Q&A with Epic Rap Battles of History co-creator Epic Lloyd
In 2010, comedians Epic Lloyd and Nice Peter were performing in a freestyle rapping improvisation show titled “Check OneTwo.” One of the show’s games involved them extemporaneously battle rapping as famous figures suggested by audience members. Peter later proposed the idea of translating the rap battle concept over to the digital video realm of YouTube. Lloyd agreed, and they immediately went to work on producing, writing and editing their first rap battle, John Lennon vs. Bill O’Reilly.
One year and over 300 million YouTube views later, the Epic Rap Battles of History have firmly cemented themselves as one of the premier online video series/channels and turned Epic Lloyd and Nice Peter into internet celebrities. Each episode features famous historical and fictional characters duking it out in a musical fight for lyrical supremacy, spitting insulting lyrics alluding to each other’s personal histories and quotes. Notable rap battle matchups have included Einstein vs. Stephen Hawking, Abe Lincoln vs. Chuck Norris, and Darth Vader vs. Hitler, not once but twice. The Lumberjack was able to secure an email interview with Epic Lloyd concerning the rap battles’ immense success, the planning/conceptualizing that goes into each battle, and how hot those studio lights really are.
Epic Lloyd (EL): Big shoutout to NAU: I lived there for a little while; my wife went to grad school up there; I love that place. I worked at the Mad Italian for a while, and shout out to the NORAZ poets: Christopher Fox-Graham and those dudes up there are pretty sweet.
The Lumberjack (LJ): The concept for the Epic Rap Battles originated during your freestyle improve rapping show “CheckOneTwo.” Did you initially believe it would translate well into the vast viral video realm of YouTube? Did you ever think it would achieve the level of runaway success that it has?
EL: No, I never thought it would. I never really gave it that much thought; it was a fun thing that my buddy was like, “Hey, you wanna do this?” and I was like, “Yeah, let’s do that. That sounds really fun.” I’ve always known that I run with a bunch of talented people and that my friends are real talented, but this wasn’t the type of project where I was like, “Alright, this project is going to be the biggest project I’ve ever done,” which probably makes the most sense that it did become real big just because it was very natural and organic. I never pictured it being this big, I’m jut really happy that it is.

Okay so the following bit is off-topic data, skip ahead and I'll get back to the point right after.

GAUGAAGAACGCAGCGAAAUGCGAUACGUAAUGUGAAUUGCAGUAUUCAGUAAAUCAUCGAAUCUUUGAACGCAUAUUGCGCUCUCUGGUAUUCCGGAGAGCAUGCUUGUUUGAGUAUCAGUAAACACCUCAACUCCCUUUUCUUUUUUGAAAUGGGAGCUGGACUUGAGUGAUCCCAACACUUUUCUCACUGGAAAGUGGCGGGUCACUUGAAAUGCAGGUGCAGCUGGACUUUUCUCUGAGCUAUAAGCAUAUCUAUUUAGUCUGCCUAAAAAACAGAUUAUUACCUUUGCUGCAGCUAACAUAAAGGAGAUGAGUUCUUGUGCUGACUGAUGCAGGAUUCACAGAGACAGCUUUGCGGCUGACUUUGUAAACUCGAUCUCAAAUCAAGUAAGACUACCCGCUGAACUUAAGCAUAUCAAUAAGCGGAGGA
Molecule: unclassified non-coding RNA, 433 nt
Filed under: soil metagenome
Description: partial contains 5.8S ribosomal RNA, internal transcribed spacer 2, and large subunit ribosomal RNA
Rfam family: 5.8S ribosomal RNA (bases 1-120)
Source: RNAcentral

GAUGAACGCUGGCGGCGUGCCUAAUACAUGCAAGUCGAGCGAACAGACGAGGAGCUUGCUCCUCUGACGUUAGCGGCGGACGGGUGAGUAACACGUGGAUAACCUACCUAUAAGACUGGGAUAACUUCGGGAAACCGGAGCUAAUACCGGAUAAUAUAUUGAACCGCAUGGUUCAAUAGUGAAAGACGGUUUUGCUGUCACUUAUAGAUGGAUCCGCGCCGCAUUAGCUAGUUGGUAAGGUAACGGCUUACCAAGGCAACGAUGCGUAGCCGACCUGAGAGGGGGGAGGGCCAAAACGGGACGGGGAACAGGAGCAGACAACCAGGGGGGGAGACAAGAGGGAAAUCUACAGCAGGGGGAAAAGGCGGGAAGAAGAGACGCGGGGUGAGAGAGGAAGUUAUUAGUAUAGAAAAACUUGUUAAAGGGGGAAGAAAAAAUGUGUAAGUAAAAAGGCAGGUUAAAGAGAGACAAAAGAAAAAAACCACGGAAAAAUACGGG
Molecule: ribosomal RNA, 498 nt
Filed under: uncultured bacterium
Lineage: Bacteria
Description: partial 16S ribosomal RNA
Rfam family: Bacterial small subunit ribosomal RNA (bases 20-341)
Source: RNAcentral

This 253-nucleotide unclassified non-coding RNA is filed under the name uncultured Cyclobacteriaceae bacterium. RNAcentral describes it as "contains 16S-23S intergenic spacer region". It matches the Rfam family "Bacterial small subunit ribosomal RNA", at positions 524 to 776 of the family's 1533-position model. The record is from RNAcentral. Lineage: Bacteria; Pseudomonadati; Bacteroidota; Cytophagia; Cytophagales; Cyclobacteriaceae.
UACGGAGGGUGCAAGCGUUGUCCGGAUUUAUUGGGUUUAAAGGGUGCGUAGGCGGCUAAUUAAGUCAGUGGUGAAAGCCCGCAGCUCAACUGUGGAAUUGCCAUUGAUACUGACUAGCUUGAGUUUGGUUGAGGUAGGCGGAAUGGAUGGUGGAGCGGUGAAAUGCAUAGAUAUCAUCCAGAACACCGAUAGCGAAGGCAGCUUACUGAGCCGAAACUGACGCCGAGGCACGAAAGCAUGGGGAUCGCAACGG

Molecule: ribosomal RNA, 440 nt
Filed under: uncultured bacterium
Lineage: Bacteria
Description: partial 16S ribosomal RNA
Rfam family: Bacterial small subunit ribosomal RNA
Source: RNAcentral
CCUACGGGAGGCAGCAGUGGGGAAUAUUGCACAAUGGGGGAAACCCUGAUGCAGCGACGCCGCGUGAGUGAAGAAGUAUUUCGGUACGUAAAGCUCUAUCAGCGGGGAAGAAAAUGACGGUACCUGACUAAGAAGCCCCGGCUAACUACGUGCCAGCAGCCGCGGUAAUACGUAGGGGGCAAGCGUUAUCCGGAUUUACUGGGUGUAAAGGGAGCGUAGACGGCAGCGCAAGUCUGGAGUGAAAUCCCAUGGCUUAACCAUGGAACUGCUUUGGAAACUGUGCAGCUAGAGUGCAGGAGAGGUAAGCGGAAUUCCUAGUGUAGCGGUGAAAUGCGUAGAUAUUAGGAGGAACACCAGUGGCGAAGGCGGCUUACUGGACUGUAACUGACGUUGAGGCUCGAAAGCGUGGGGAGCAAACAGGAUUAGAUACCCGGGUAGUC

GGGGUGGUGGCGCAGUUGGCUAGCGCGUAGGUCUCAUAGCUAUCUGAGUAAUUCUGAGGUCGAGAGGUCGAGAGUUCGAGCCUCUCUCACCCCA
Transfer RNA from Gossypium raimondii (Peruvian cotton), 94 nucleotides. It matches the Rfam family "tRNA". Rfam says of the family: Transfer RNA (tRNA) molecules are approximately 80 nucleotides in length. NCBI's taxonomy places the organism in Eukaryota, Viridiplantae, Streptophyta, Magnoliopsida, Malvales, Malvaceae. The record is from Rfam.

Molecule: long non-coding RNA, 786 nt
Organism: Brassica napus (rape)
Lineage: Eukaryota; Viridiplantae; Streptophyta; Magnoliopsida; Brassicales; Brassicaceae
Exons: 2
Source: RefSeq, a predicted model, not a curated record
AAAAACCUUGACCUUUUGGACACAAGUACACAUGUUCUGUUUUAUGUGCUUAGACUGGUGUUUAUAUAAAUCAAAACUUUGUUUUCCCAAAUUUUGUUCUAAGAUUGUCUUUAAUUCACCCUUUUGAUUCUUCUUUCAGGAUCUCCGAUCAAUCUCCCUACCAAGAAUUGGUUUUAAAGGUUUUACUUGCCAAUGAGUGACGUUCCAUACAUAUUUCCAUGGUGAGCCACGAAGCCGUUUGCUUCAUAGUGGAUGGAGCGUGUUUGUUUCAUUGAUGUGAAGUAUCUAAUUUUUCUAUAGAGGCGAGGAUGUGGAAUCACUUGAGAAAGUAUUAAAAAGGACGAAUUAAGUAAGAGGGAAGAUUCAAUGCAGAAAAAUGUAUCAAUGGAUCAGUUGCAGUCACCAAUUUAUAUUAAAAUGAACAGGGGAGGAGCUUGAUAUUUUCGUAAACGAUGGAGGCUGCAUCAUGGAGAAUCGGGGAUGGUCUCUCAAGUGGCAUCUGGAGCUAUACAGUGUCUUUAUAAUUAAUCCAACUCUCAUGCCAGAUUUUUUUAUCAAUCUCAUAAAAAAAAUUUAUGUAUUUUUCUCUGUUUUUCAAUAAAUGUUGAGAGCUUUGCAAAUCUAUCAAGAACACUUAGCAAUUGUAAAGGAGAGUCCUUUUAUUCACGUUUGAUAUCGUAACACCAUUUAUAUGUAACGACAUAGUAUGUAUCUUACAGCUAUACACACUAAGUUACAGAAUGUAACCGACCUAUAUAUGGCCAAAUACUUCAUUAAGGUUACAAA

LJ: Explain to me the process that goes into conceptualizing, planning and writing the lyrics/music for an Epic Rap Battle of History. Do you and Peter just view all the YouTube comment match-up suggestions and pick one collectively?
EL: We always pick a suggestion as the next match-up. We’ll scroll through a bunch of them, [and] there are so many of them that basically at this point we can say “Hey, we want to do a rap battle with Joan of Arc,” and then let’s just scroll through and we’ll find Joan of Arc versus somebody who is cool. Or every once in a while we’ll be looking through something, and we’ll something that jumps right out at us and is immediately like perfect for both of us. We go back and forth sometimes.
The conceptualization of each battle really depends on who it is that is battling. We try to really do each character justice, so we usually start by picking out the match-up, and then we find the beat, or we get the beat made, and we write the lyrics. And then we never know what the bits are going to be until we have the lyrics written. They really depend on what comes out in the lyrics, so, the song gets written first and tracked first, and then we make a shot list of all the different lists and then we shoot it and go into post into the editing part.
LJ: You guys seem to have a fully-fledged team associated with the creation of the Epic Rap Battles: costume design, make-up artists, prop people and plenty of extras. How did you get all these people to help out? Are they all friends and volunteers?
EL: No, everybody is on staff. This is our production team; they all are our friends, not all of them, but many of them are our friends, but there’s nothing volunteer about it. This is our job, and that’s what we do. We have a lot of people who are really talented helping us so it’s sort of a really cool thing to be able to work with A) a bunch of your friends and B) on a project that is really fun.
LJ: Describe your working relationship with Maker Studios. Why did you and Peter decide to become a partner of theirs?
EL: Our working relationship with the studio is similar to any studio. They provide the infrastructure and a lot of the resources to create the battles and to create the videos. Pete was already partnered with Maker before we ever did the rap battles so when he did decide to partner with them it was before he’d ever really done too much YouTube stuff at all, and they partnered with him and his channel was already starting to grow when we started to do the rap battles.